- Jakks did not submit any arguments regarding classification at the subheading and tariff item levels within Chapter 94. For its part, the CBSA noted that heading No. 94.03 is separated into various subheadings based on the furniture’s material and that there are two subheadings for metal—9403.10 (“[m]etal furniture of a kind used in offices”) and 9403.20 (“[o]ther metal furniture”). Noting that the good in issue is not intended for use in an office, the CBSA argued for classification in subheading No. 9403.20.
- Pursuant to Rule 6 of the General Rules, the good in issue must be classified at the subheading level in a manner enabling sequential regard to Rules 1 to 5. In this instance, the Tribunal agrees with the CBSA and concludes that Rule 1 suffices for the purpose of classification at the subheading level. The good in issue is properly classified in subheading No. 9403.20 as other metal furniture.
- Lastly, by application of Rule 1 of the Canadian Rules, the Tribunal can readily conclude that the good in issue is properly classified under tariff item No. 9403.20.00, as it is the sole tariff item in contention.
- The Tribunal finds that the good in issue is properly classified under tariff item No. 9403.20.00 as other metal furniture. The appeal is dismissed.
. R.S.C., 1985, c. 1 (2nd Supp.) [Act].
. Exhibit AP-2015-012-04A, Vol. 1.
. Canada is a signatory to the International Convention on the Harmonized Commodity Description and Coding System, which governs the Harmonized System.
. S.C. 1997, c. 36, schedule [General Rules].
. S.C. 1997, c. 36, schedule.
. World Customs Organization, 2nd ed., Brussels, 2003 [Classification Opinions].
. World Customs Organization, 4th ed., Brussels, 2007 [Explanatory Notes].
. See Canada (Attorney General) v. Suzuki Canada Inc., 2004 FCA 131 (CanLII) at paras. 13 and 17 where the Federal Court of Appeal interpreted section 11 of the Customs Tariff as requiring that the Explanatory Notes be respected unless there is a sound reason to do otherwise. The Tribunal is of the view that this interpretation is equally applicable to the Classification Opinions.
. Transcript of Public Hearing, 21 January 2016, at 44.
. In this regard, subsection 152(3) of the Act provides as follows: “. . . in any proceeding under this Act, the burden of proof in any question relating to . . . (c) the payment of duties on any goods . . . lies on the person, other than Her Majesty, who is a party to the proceeding . . . .” The present appeal is a proceeding under subsection 67(1). Since duty liability on imported goods depends upon their tariff classification, tariff classification is a question “relating to” the payment of duties on goods, within the meaning of paragraph 152(3)(c). With the conditions of paragraph 152(3)(c) thus met, the burden of proof resides with Jakks. See, for example, Costco Wholesale Canada Ltd. v. President of the Canada Border Services Agency (23 May 2014), AP-2011-033 (CITT) [Costco] at para. 25; Canada (Border Services Agency) v. Miner, 2012 FCA 81 (CanLII).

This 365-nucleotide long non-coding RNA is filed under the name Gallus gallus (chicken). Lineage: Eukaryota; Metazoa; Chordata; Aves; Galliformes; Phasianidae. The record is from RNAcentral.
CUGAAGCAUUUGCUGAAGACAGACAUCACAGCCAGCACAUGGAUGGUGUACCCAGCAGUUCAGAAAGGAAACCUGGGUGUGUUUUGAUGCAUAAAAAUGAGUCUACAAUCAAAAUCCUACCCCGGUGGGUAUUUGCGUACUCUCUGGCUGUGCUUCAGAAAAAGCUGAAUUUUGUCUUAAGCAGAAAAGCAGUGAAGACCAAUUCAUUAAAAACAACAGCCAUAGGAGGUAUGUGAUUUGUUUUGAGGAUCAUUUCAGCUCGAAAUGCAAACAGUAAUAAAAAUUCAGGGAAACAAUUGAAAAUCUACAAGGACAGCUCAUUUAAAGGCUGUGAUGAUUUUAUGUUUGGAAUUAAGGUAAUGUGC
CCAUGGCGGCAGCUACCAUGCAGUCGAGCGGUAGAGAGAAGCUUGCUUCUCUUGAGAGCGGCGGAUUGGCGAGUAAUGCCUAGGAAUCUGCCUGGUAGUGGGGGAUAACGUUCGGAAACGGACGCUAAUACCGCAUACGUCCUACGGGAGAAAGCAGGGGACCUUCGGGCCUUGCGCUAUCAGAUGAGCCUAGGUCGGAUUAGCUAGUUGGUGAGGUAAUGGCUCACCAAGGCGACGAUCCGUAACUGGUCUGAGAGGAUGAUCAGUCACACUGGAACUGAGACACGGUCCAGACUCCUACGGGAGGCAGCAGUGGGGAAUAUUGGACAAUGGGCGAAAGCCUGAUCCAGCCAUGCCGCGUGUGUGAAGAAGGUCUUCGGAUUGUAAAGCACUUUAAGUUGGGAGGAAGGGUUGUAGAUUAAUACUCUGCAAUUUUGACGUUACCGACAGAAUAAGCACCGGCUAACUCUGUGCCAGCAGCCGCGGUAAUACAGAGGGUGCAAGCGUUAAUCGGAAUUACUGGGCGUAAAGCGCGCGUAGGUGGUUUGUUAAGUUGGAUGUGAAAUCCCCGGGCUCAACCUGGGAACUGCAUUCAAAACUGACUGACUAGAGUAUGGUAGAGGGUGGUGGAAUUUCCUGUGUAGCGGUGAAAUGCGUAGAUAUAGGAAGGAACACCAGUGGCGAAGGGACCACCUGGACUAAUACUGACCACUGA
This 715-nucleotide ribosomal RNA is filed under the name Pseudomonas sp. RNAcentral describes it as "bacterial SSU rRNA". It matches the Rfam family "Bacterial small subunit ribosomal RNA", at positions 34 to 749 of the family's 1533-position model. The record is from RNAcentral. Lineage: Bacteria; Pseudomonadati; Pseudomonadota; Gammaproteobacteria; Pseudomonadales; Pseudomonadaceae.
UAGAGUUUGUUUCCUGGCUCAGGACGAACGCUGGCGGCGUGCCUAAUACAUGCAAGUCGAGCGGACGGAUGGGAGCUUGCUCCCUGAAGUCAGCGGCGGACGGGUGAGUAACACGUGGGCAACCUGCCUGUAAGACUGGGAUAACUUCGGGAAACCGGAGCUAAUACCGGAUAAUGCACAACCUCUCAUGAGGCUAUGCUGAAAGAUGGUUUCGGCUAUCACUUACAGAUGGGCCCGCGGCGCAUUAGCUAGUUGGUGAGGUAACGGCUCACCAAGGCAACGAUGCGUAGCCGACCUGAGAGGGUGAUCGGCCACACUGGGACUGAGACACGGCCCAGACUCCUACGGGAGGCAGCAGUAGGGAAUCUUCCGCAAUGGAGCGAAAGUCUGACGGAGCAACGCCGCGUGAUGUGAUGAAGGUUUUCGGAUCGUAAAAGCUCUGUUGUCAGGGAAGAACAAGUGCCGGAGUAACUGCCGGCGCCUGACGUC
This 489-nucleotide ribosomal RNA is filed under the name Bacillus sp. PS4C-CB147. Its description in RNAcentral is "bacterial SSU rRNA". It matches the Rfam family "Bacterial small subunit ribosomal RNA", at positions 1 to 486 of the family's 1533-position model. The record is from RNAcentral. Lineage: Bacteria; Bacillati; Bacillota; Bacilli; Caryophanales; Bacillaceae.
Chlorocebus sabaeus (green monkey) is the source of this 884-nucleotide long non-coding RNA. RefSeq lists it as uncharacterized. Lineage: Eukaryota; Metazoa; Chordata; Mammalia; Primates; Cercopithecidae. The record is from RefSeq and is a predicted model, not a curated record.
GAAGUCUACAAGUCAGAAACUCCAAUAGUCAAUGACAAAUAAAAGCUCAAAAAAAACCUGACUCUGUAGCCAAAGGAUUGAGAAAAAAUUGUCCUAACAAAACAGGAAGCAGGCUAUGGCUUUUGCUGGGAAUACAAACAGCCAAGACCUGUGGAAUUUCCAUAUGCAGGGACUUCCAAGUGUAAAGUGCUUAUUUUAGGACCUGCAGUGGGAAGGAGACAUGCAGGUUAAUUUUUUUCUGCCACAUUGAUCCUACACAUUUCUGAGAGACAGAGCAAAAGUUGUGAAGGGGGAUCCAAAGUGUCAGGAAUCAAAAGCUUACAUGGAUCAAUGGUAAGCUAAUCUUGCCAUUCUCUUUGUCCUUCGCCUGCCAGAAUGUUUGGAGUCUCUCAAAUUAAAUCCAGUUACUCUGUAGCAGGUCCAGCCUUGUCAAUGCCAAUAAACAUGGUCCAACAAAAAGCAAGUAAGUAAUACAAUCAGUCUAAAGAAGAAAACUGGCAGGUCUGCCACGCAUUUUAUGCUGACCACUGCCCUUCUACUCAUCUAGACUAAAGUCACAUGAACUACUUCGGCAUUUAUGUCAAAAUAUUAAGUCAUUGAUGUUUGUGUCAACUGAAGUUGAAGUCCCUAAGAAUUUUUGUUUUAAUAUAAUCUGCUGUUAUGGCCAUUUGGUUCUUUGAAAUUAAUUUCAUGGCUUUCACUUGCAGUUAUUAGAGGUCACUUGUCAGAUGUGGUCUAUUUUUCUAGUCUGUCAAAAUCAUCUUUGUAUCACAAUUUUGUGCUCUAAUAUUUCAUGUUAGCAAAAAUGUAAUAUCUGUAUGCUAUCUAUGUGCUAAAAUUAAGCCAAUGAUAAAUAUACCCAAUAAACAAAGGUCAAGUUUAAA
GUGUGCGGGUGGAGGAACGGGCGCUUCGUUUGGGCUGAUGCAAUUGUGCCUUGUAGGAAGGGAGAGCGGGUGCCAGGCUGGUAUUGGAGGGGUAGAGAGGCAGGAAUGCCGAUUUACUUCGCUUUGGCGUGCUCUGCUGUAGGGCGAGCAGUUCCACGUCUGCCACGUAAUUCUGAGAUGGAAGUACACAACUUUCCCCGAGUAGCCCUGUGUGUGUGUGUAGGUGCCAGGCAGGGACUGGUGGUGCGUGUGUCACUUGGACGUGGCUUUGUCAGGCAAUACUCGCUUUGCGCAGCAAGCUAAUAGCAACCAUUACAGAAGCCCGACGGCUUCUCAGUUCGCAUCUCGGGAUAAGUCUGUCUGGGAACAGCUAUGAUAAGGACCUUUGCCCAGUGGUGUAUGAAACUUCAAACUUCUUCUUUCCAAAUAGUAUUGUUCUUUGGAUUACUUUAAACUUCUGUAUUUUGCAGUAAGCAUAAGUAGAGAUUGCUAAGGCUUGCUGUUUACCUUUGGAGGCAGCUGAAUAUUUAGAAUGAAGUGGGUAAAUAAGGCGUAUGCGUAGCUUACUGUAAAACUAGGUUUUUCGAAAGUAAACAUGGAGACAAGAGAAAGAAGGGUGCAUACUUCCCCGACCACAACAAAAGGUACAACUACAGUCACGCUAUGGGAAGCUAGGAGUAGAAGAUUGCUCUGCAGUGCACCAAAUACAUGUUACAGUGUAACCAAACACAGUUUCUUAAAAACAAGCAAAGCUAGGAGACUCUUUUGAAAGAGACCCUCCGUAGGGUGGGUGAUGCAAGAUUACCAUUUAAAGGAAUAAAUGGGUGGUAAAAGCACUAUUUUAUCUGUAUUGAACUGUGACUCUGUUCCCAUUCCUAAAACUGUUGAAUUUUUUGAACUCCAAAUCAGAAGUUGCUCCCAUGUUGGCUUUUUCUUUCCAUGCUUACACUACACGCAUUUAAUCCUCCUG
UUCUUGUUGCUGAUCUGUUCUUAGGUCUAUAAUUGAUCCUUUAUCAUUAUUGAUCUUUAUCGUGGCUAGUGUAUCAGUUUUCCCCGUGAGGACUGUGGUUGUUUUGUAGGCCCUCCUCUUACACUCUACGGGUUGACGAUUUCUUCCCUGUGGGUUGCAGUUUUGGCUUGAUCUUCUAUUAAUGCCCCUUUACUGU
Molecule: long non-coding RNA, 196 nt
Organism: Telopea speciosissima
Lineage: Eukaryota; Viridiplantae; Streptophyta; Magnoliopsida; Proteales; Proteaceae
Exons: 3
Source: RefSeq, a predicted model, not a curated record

. Zellers Inc. v. Deputy M.N.R. (29 July 1998), AP-97-057 (CITT); Regal Confections Inc. v. Deputy M.N.R. (25 June 1999), AP-98-043, AP-98-044 and AP-98-051 (CITT) [Regal]; Franklin Mint Inc. v. President of the Canada Border Services Agency (13 June 2006), AP-2004-061 (CITT) [Franklin]; Canadian Tire Corporation Limited v. President of the Canada Border Services Agency (12 April 2012), AP-2011-020 (CITT) [Canadian Tire].
. Korhani Canada Inc. v. President of the Canada Border Services Agency (18 November 2008), AP-2007-008 (CITT) [Korhani] at para. 32.
. Havi Global Solutions (Canada) Limited Partnership v. President of the Canada Border Services Agency (10 October 2008), AP-2007-014 (CITT) at para. 30.
. HBC Imports (Zellers Inc.) v. Canada (Border Services Agency), 2013 FCA 167 (CanLII) [HBC Imports (FCA)] at para. 4; Costco at para. 29, aff’d in Costco Wholesale Canada Ltd. v. Canada (Border Services Agency), 2015 FCA 110 (CanLII); Mattel Canada Inc. v. President of the Canada Border Services Agency (10 July 2014), AP-2013-034 and AP-2013-040 [Mattel] at paras. 39-41.
. Korhani at para. 33.
. Union Tractor Ltd. v. M.N.R. (8 September 1993), AP-92-213 (CITT) at 3.
. Eleventh ed., s.v. “amuse”.
. Second ed., s.v. “amuse”.
. Transcript of Public Hearing, 21 January 2016, at 44.
. Regal at 8; Franklin at para. 15; N.C. Cameron & Sons Ltd. v. President of the Canada Border Services Agency (14 June 2007), AP-2006-022 (CITT) at para. 15; Canadian Tire at para. 10.
. HBC Imports (FCA) at para. 16.
. For example, in Mattel at paras. 48-51, the appellant introduced expert witnesses to testify to the intentional design of the goods and linkages between the goods and the activities and interests of children.
. Exhibit AP-2015-012-04A, tab 17, Vol. 1.
. Exhibit AP-2015-012-04A at para. 48, Vol. 1.
. Exhibit AP-2015-012-04A, tab 17, Vol. 1.
. S.C. Johnson & Son, Limited v. President of the Canada Border Services Agency (19 July 2006), AP-2005-015 (CITT) at para. 32.